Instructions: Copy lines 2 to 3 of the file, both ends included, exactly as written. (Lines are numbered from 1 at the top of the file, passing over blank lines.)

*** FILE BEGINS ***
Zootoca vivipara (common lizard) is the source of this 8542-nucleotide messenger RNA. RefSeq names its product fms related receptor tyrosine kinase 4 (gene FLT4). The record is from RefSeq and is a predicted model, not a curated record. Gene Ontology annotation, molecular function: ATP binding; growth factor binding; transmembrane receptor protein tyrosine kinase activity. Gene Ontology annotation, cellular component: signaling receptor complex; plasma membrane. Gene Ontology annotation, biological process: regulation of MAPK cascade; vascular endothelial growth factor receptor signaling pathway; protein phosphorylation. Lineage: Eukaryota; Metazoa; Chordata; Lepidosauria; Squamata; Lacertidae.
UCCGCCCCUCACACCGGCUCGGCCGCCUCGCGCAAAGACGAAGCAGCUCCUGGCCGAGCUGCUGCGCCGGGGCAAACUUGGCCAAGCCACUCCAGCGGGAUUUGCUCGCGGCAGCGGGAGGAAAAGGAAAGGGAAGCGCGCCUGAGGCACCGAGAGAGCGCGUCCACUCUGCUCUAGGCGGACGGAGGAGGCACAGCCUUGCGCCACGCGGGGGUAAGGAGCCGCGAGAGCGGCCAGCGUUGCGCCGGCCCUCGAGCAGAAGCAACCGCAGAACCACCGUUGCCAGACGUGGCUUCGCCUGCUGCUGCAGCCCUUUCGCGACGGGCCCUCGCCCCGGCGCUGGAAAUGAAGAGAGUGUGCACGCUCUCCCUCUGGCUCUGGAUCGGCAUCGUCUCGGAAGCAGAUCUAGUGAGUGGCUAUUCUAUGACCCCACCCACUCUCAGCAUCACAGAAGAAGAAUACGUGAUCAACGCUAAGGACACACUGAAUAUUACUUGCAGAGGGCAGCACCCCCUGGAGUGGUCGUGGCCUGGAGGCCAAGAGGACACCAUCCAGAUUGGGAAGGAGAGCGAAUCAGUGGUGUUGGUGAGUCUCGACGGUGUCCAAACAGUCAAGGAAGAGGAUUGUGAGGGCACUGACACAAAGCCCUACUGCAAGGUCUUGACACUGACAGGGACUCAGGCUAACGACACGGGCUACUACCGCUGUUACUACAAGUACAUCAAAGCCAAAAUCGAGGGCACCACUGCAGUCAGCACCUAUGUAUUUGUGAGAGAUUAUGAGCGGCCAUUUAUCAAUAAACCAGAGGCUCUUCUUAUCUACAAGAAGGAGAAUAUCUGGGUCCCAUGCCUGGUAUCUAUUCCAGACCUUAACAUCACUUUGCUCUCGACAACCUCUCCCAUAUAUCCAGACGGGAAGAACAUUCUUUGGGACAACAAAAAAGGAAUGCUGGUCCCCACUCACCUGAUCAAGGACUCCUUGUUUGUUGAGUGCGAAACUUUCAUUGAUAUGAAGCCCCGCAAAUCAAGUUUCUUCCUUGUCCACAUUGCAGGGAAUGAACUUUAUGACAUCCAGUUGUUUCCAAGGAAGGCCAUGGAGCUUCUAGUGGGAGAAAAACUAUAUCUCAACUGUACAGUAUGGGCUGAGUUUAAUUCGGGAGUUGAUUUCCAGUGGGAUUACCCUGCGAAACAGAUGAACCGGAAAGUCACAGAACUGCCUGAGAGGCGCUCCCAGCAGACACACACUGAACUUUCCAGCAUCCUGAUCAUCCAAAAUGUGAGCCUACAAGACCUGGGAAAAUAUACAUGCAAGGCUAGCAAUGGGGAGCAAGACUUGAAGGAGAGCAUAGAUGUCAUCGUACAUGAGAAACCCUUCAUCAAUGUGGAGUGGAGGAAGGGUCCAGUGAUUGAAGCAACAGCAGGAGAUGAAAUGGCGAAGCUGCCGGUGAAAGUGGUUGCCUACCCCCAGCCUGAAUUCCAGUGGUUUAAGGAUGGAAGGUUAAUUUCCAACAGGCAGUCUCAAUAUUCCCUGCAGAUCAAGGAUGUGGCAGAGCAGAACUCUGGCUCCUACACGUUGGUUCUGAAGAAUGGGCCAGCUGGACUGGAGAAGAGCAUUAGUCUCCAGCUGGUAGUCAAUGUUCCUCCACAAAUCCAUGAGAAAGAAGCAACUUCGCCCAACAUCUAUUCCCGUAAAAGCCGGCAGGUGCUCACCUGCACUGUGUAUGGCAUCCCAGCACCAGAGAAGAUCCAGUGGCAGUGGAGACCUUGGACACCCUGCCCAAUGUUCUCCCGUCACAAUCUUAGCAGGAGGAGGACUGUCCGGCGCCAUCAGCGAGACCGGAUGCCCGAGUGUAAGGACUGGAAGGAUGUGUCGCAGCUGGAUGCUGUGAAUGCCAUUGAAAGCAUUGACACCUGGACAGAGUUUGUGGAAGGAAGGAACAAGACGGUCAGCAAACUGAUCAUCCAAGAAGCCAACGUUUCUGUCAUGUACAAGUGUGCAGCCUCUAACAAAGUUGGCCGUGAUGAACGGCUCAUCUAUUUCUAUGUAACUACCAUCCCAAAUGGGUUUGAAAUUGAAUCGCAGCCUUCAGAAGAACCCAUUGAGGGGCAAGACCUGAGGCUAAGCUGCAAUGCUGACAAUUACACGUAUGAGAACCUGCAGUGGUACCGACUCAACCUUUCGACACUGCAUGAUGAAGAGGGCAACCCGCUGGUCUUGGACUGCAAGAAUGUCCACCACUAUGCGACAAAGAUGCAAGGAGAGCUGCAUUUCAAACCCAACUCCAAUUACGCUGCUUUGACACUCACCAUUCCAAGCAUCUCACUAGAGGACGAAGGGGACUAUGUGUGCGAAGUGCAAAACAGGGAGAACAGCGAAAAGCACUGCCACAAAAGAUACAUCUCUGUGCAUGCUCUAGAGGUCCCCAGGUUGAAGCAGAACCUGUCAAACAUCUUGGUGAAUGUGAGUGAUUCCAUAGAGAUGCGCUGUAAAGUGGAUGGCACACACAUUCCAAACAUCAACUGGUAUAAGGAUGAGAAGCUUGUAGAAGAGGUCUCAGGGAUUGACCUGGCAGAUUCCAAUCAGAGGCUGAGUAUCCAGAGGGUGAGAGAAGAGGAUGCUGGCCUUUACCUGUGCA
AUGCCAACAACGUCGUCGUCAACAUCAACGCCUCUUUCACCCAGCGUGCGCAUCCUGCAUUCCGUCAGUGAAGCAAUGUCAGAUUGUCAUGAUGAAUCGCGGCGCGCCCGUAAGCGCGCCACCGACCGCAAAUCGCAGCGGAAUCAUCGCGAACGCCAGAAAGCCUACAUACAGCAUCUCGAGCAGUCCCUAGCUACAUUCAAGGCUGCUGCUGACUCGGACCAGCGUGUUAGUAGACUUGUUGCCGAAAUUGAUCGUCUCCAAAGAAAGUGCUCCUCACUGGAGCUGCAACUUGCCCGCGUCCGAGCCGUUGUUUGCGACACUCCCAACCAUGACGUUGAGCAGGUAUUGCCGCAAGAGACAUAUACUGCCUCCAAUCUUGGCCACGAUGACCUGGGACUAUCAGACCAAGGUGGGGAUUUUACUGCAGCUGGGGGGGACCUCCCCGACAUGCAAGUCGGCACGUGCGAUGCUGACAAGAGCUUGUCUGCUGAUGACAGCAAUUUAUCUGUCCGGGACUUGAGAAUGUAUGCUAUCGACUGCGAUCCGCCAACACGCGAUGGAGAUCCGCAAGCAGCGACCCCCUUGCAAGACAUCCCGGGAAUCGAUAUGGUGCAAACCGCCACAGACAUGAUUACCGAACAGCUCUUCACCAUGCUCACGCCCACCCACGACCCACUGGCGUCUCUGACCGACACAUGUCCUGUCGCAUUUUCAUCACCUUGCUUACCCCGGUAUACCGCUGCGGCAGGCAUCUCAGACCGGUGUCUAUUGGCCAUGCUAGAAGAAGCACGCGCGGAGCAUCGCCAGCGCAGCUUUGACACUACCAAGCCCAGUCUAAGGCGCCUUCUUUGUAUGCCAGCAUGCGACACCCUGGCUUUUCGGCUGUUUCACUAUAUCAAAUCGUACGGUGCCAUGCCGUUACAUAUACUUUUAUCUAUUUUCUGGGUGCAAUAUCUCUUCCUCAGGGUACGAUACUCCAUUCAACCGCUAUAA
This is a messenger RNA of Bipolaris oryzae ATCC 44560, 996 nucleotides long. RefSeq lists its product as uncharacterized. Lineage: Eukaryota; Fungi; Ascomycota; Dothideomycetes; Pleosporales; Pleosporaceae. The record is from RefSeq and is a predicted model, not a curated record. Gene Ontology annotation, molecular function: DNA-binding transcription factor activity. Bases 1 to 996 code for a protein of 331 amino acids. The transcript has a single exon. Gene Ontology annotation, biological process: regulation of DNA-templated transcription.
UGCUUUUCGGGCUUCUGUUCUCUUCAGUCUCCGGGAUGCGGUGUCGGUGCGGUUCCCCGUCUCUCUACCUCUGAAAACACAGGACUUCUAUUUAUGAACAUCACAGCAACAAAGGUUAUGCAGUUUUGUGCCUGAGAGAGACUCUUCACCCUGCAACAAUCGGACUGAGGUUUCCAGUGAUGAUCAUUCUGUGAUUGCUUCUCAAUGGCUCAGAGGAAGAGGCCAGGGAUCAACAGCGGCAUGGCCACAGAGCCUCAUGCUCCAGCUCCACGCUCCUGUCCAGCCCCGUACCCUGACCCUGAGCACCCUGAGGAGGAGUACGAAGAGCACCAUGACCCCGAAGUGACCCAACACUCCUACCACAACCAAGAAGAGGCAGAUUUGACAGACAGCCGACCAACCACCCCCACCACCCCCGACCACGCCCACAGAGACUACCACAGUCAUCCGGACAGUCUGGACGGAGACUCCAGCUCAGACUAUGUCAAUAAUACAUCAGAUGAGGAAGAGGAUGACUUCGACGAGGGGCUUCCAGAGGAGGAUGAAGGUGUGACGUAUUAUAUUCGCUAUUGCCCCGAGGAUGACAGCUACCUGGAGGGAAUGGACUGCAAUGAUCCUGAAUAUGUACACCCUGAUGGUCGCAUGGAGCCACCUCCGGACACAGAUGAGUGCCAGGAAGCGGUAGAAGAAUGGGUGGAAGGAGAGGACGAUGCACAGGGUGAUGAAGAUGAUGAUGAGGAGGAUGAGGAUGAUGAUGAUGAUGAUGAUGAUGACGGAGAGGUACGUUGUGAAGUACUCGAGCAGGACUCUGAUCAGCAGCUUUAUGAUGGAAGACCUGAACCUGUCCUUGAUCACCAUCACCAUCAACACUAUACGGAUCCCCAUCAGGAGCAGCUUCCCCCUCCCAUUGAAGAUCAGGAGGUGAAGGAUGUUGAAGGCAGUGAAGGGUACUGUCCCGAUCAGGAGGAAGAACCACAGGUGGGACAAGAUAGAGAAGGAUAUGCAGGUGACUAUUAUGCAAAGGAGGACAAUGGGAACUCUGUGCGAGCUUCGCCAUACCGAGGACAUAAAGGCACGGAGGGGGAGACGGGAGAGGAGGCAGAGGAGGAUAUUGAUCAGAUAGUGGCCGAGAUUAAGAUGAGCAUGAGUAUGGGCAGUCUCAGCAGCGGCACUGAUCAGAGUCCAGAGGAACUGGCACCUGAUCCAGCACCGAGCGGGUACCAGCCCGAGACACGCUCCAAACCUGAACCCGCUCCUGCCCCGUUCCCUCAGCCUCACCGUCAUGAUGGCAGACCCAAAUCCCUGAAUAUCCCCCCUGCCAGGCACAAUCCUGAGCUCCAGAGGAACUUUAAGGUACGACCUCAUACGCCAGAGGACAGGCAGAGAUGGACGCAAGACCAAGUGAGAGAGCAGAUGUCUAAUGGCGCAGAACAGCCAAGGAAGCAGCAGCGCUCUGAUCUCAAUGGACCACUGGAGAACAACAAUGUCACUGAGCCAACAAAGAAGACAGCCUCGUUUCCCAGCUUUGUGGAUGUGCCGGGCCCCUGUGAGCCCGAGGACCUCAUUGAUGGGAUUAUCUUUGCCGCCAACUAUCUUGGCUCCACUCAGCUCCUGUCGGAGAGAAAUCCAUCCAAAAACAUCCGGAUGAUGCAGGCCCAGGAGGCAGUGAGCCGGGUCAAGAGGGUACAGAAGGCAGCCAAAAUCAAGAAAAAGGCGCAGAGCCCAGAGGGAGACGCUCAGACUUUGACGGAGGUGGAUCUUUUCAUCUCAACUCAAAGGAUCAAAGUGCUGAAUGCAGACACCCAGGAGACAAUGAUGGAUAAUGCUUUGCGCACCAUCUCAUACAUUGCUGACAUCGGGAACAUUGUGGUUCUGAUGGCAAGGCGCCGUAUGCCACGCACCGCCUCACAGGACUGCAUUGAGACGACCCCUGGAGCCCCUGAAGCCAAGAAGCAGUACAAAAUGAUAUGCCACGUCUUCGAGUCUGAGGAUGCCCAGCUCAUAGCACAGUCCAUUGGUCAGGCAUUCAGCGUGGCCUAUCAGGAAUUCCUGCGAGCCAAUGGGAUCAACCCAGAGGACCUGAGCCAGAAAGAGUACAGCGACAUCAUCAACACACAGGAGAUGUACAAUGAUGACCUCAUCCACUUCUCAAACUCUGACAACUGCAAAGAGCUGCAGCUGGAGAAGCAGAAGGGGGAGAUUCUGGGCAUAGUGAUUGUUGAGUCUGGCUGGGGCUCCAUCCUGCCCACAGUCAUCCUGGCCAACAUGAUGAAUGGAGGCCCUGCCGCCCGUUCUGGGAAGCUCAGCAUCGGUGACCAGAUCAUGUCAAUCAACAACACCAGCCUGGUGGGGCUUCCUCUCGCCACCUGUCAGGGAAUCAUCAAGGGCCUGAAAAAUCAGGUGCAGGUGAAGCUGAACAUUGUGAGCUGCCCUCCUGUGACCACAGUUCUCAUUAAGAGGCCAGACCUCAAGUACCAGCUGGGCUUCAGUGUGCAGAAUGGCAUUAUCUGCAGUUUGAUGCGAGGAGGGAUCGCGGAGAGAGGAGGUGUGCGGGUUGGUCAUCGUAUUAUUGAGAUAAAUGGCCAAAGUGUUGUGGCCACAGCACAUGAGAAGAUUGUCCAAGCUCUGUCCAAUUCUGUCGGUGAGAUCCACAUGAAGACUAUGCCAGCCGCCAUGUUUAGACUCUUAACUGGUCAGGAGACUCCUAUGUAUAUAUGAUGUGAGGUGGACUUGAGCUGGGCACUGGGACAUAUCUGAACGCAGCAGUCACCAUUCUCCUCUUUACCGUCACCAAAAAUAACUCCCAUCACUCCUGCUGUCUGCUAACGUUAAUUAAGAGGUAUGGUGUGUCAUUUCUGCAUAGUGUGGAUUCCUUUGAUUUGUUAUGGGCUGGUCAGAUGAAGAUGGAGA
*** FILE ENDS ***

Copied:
UCCGCCCCUCACACCGGCUCGGCCGCCUCGCGCAAAGACGAAGCAGCUCCUGGCCGAGCUGCUGCGCCGGGGCAAACUUGGCCAAGCCACUCCAGCGGGAUUUGCUCGCGGCAGCGGGAGGAAAAGGAAAGGGAAGCGCGCCUGAGGCACCGAGAGAGCGCGUCCACUCUGCUCUAGGCGGACGGAGGAGGCACAGCCUUGCGCCACGCGGGGGUAAGGAGCCGCGAGAGCGGCCAGCGUUGCGCCGGCCCUCGAGCAGAAGCAACCGCAGAACCACCGUUGCCAGACGUGGCUUCGCCUGCUGCUGCAGCCCUUUCGCGACGGGCCCUCGCCCCGGCGCUGGAAAUGAAGAGAGUGUGCACGCUCUCCCUCUGGCUCUGGAUCGGCAUCGUCUCGGAAGCAGAUCUAGUGAGUGGCUAUUCUAUGACCCCACCCACUCUCAGCAUCACAGAAGAAGAAUACGUGAUCAACGCUAAGGACACACUGAAUAUUACUUGCAGAGGGCAGCACCCCCUGGAGUGGUCGUGGCCUGGAGGCCAAGAGGACACCAUCCAGAUUGGGAAGGAGAGCGAAUCAGUGGUGUUGGUGAGUCUCGACGGUGUCCAAACAGUCAAGGAAGAGGAUUGUGAGGGCACUGACACAAAGCCCUACUGCAAGGUCUUGACACUGACAGGGACUCAGGCUAACGACACGGGCUACUACCGCUGUUACUACAAGUACAUCAAAGCCAAAAUCGAGGGCACCACUGCAGUCAGCACCUAUGUAUUUGUGAGAGAUUAUGAGCGGCCAUUUAUCAAUAAACCAGAGGCUCUUCUUAUCUACAAGAAGGAGAAUAUCUGGGUCCCAUGCCUGGUAUCUAUUCCAGACCUUAACAUCACUUUGCUCUCGACAACCUCUCCCAUAUAUCCAGACGGGAAGAACAUUCUUUGGGACAACAAAAAAGGAAUGCUGGUCCCCACUCACCUGAUCAAGGACUCCUUGUUUGUUGAGUGCGAAACUUUCAUUGAUAUGAAGCCCCGCAAAUCAAGUUUCUUCCUUGUCCACAUUGCAGGGAAUGAACUUUAUGACAUCCAGUUGUUUCCAAGGAAGGCCAUGGAGCUUCUAGUGGGAGAAAAACUAUAUCUCAACUGUACAGUAUGGGCUGAGUUUAAUUCGGGAGUUGAUUUCCAGUGGGAUUACCCUGCGAAACAGAUGAACCGGAAAGUCACAGAACUGCCUGAGAGGCGCUCCCAGCAGACACACACUGAACUUUCCAGCAUCCUGAUCAUCCAAAAUGUGAGCCUACAAGACCUGGGAAAAUAUACAUGCAAGGCUAGCAAUGGGGAGCAAGACUUGAAGGAGAGCAUAGAUGUCAUCGUACAUGAGAAACCCUUCAUCAAUGUGGAGUGGAGGAAGGGUCCAGUGAUUGAAGCAACAGCAGGAGAUGAAAUGGCGAAGCUGCCGGUGAAAGUGGUUGCCUACCCCCAGCCUGAAUUCCAGUGGUUUAAGGAUGGAAGGUUAAUUUCCAACAGGCAGUCUCAAUAUUCCCUGCAGAUCAAGGAUGUGGCAGAGCAGAACUCUGGCUCCUACACGUUGGUUCUGAAGAAUGGGCCAGCUGGACUGGAGAAGAGCAUUAGUCUCCAGCUGGUAGUCAAUGUUCCUCCACAAAUCCAUGAGAAAGAAGCAACUUCGCCCAACAUCUAUUCCCGUAAAAGCCGGCAGGUGCUCACCUGCACUGUGUAUGGCAUCCCAGCACCAGAGAAGAUCCAGUGGCAGUGGAGACCUUGGACACCCUGCCCAAUGUUCUCCCGUCACAAUCUUAGCAGGAGGAGGACUGUCCGGCGCCAUCAGCGAGACCGGAUGCCCGAGUGUAAGGACUGGAAGGAUGUGUCGCAGCUGGAUGCUGUGAAUGCCAUUGAAAGCAUUGACACCUGGACAGAGUUUGUGGAAGGAAGGAACAAGACGGUCAGCAAACUGAUCAUCCAAGAAGCCAACGUUUCUGUCAUGUACAAGUGUGCAGCCUCUAACAAAGUUGGCCGUGAUGAACGGCUCAUCUAUUUCUAUGUAACUACCAUCCCAAAUGGGUUUGAAAUUGAAUCGCAGCCUUCAGAAGAACCCAUUGAGGGGCAAGACCUGAGGCUAAGCUGCAAUGCUGACAAUUACACGUAUGAGAACCUGCAGUGGUACCGACUCAACCUUUCGACACUGCAUGAUGAAGAGGGCAACCCGCUGGUCUUGGACUGCAAGAAUGUCCACCACUAUGCGACAAAGAUGCAAGGAGAGCUGCAUUUCAAACCCAACUCCAAUUACGCUGCUUUGACACUCACCAUUCCAAGCAUCUCACUAGAGGACGAAGGGGACUAUGUGUGCGAAGUGCAAAACAGGGAGAACAGCGAAAAGCACUGCCACAAAAGAUACAUCUCUGUGCAUGCUCUAGAGGUCCCCAGGUUGAAGCAGAACCUGUCAAACAUCUUGGUGAAUGUGAGUGAUUCCAUAGAGAUGCGCUGUAAAGUGGAUGGCACACACAUUCCAAACAUCAACUGGUAUAAGGAUGAGAAGCUUGUAGAAGAGGUCUCAGGGAUUGACCUGGCAGAUUCCAAUCAGAGGCUGAGUAUCCAGAGGGUGAGAGAAGAGGAUGCUGGCCUUUACCUGUGCA
AUGCCAACAACGUCGUCGUCAACAUCAACGCCUCUUUCACCCAGCGUGCGCAUCCUGCAUUCCGUCAGUGAAGCAAUGUCAGAUUGUCAUGAUGAAUCGCGGCGCGCCCGUAAGCGCGCCACCGACCGCAAAUCGCAGCGGAAUCAUCGCGAACGCCAGAAAGCCUACAUACAGCAUCUCGAGCAGUCCCUAGCUACAUUCAAGGCUGCUGCUGACUCGGACCAGCGUGUUAGUAGACUUGUUGCCGAAAUUGAUCGUCUCCAAAGAAAGUGCUCCUCACUGGAGCUGCAACUUGCCCGCGUCCGAGCCGUUGUUUGCGACACUCCCAACCAUGACGUUGAGCAGGUAUUGCCGCAAGAGACAUAUACUGCCUCCAAUCUUGGCCACGAUGACCUGGGACUAUCAGACCAAGGUGGGGAUUUUACUGCAGCUGGGGGGGACCUCCCCGACAUGCAAGUCGGCACGUGCGAUGCUGACAAGAGCUUGUCUGCUGAUGACAGCAAUUUAUCUGUCCGGGACUUGAGAAUGUAUGCUAUCGACUGCGAUCCGCCAACACGCGAUGGAGAUCCGCAAGCAGCGACCCCCUUGCAAGACAUCCCGGGAAUCGAUAUGGUGCAAACCGCCACAGACAUGAUUACCGAACAGCUCUUCACCAUGCUCACGCCCACCCACGACCCACUGGCGUCUCUGACCGACACAUGUCCUGUCGCAUUUUCAUCACCUUGCUUACCCCGGUAUACCGCUGCGGCAGGCAUCUCAGACCGGUGUCUAUUGGCCAUGCUAGAAGAAGCACGCGCGGAGCAUCGCCAGCGCAGCUUUGACACUACCAAGCCCAGUCUAAGGCGCCUUCUUUGUAUGCCAGCAUGCGACACCCUGGCUUUUCGGCUGUUUCACUAUAUCAAAUCGUACGGUGCCAUGCCGUUACAUAUACUUUUAUCUAUUUUCUGGGUGCAAUAUCUCUUCCUCAGGGUACGAUACUCCAUUCAACCGCUAUAA